According to Gaussen, “inspiration is that inexplicable power which the Divine Spirit aforetime, exercised upon the authors of Holy Scripture, to guide them even to the word which they have employed, and to preserve them from all error, as well as from any omission” (37).

Inspiration simply means that the Holy Spirit exercised supernatural power upon those who wrote the Bible, guiding them and giving them the exact words to write, in the way in which the Spirit wanted it expressed. In fact, every word in the Bible was given to the writers, by the Holy Spirit, and the teachings these authors wrote down contain the exact words, forms of words, and wording the Spirit desired, including tense, voice, mood, gender, and number of a word. The fact that a certain word in Scripture is found in the singular rather than the plural is all part of the Divine purpose and work. Everything in Scripture is there because God wanted it. Some refer to this as the verbal plenary inspiration of the Bible, meaning that every word (verbal) in the entire Bible (plenary) is Holy Scripture (inspiration). Of course, we should be careful not to confuse natural inspiration with “God-breathed” inspiration. Saying someone was inspired to write or say something is a result of being indirectly motivated by someone or something. Perhaps a writer draws inspiration from another source such as a person or an object. An artist may be inspired to paint a wonderful picture based upon some life experience. On the other hand, Bible inspiration always involved a direct or miraculous activity of God, providing men with supernatural guidance in speaking and writing for God.

To further understand what is meant by inspiration, Paul writes: “All scripture is given by inspiration of God, and is profitable for doctrine, for reproof, for correction, for instruction in righteousness” (2 Tim. 3:16). “Inspiration of God” is from the Greek word theopnuestos combines two words, theos meaning “God” and pneustos, from pneuma meaning “spirit” or “breath.” The Scriptures are literally “breathed out” or “spirited out” of the mouth God—“God breathed.” Packer writes: “theopneustos means ‘out-breathed’ rather than ‘in-breathed’ by God—Divinely expired, rather than inspired” (29). God “breathed out” “all Scripture” and all the words contained therein. Therefore, the inspiration of Scripture is directly connected to God’s authority, which is illustrated by, “What the Scriptures say, God says,” for they are one and the same with regards to authority.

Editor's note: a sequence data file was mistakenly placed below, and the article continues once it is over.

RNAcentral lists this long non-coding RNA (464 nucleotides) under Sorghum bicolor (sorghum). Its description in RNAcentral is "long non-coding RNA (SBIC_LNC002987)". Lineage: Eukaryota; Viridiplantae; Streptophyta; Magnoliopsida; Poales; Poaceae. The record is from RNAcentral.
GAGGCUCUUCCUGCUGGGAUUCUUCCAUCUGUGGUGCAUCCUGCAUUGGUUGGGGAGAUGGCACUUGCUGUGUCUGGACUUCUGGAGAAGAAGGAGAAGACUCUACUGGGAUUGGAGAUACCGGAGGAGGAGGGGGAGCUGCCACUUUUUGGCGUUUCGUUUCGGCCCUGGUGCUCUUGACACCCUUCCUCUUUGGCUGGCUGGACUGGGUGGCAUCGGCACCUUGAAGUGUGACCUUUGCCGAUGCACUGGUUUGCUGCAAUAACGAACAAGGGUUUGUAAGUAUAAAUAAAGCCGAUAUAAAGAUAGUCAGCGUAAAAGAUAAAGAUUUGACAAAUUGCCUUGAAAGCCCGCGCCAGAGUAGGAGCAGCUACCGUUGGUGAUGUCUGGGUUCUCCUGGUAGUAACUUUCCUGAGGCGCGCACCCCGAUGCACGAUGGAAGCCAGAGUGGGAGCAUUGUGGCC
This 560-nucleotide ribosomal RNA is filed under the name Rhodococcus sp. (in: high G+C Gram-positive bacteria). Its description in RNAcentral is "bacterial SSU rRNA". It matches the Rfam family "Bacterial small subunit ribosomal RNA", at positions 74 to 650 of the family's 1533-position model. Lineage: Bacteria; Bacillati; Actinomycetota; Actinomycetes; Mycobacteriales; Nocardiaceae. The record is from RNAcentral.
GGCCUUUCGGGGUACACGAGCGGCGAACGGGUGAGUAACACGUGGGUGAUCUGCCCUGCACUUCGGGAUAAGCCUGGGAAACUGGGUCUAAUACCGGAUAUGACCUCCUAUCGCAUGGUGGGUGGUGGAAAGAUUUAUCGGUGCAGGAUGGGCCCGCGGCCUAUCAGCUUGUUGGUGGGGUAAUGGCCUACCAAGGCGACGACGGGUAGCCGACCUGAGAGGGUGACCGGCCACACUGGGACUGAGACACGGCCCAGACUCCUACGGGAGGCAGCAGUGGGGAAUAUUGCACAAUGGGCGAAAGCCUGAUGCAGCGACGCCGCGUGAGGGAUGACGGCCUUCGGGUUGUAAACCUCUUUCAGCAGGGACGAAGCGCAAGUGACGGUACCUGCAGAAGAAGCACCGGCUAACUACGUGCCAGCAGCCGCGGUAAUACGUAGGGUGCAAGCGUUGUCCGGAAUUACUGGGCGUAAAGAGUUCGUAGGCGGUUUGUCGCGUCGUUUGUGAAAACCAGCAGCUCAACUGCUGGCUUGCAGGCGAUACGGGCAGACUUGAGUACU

Because the Bible is a product of God, the Scriptures are authoritative. This means that whatever God asserts in Scripture must be believed, whatever God enjoins in Scripture must be obeyed, and whatever God prohibits in Scripture must be avoided.

Although God used men to write the Scriptures, none of the words they wrote down originated with them. It is through inspiration that men of God were able to both speak and record in writing Divine words. While God provided these men the words to use, they were still able to write using their personalities, demeanor, backgrounds, perceptions, and experiences. Such is the miracle of inspiration. Of course, this is the point Peter makes when discussing this particular phenomenon: “Knowing this first, that no prophecy of the scripture is of any private interpretation. For the prophecy came not in old time by the will of man: but holy men of God spake as they were moved by the Holy Ghost” (2 Pet. 1:20-21).

Here we learn some things about the inspiration of Scripture. First, Peter emphatically declares that Scripture is not the product of man. Men did not and could not conceive of such a work; rather men were “moved by the Holy Ghost” in speaking and writing the words of God. Second there are some key words we need to consider. Peter (by the Spirit) uses the Greek word ou, which carries an absolute negative of possibility—“in no way” or “not ever.” The idea is that man could in no way (not ever) produce such a message as found in Scripture. Man could not perceive to conjure up such a message for mankind. Without having God’s supernatural help, it is impossible for men to do. Second, the verb phero means “to bear, carry along, convey, produce, bring forth, or bring along.” (The word image is like that of the wind blowing a boat along on the water.) No message was ever conveyed, borne, carried along, produced, and brought forth by an act of human will. Instead men were (phero) carried along, moved along, conveyed, brought forth by the Holy Spirit to speak from God. The Holy Spirit provided them the supernatural ability to speak and write words from God. Third, the Greek word apo comes before the word “God,” which means “out from God,” evincing the fact that the source of the words is God. God gave the words to the Spirit, who in turn gave the words to the holy men of God, directly guiding them as they spoke and wrote.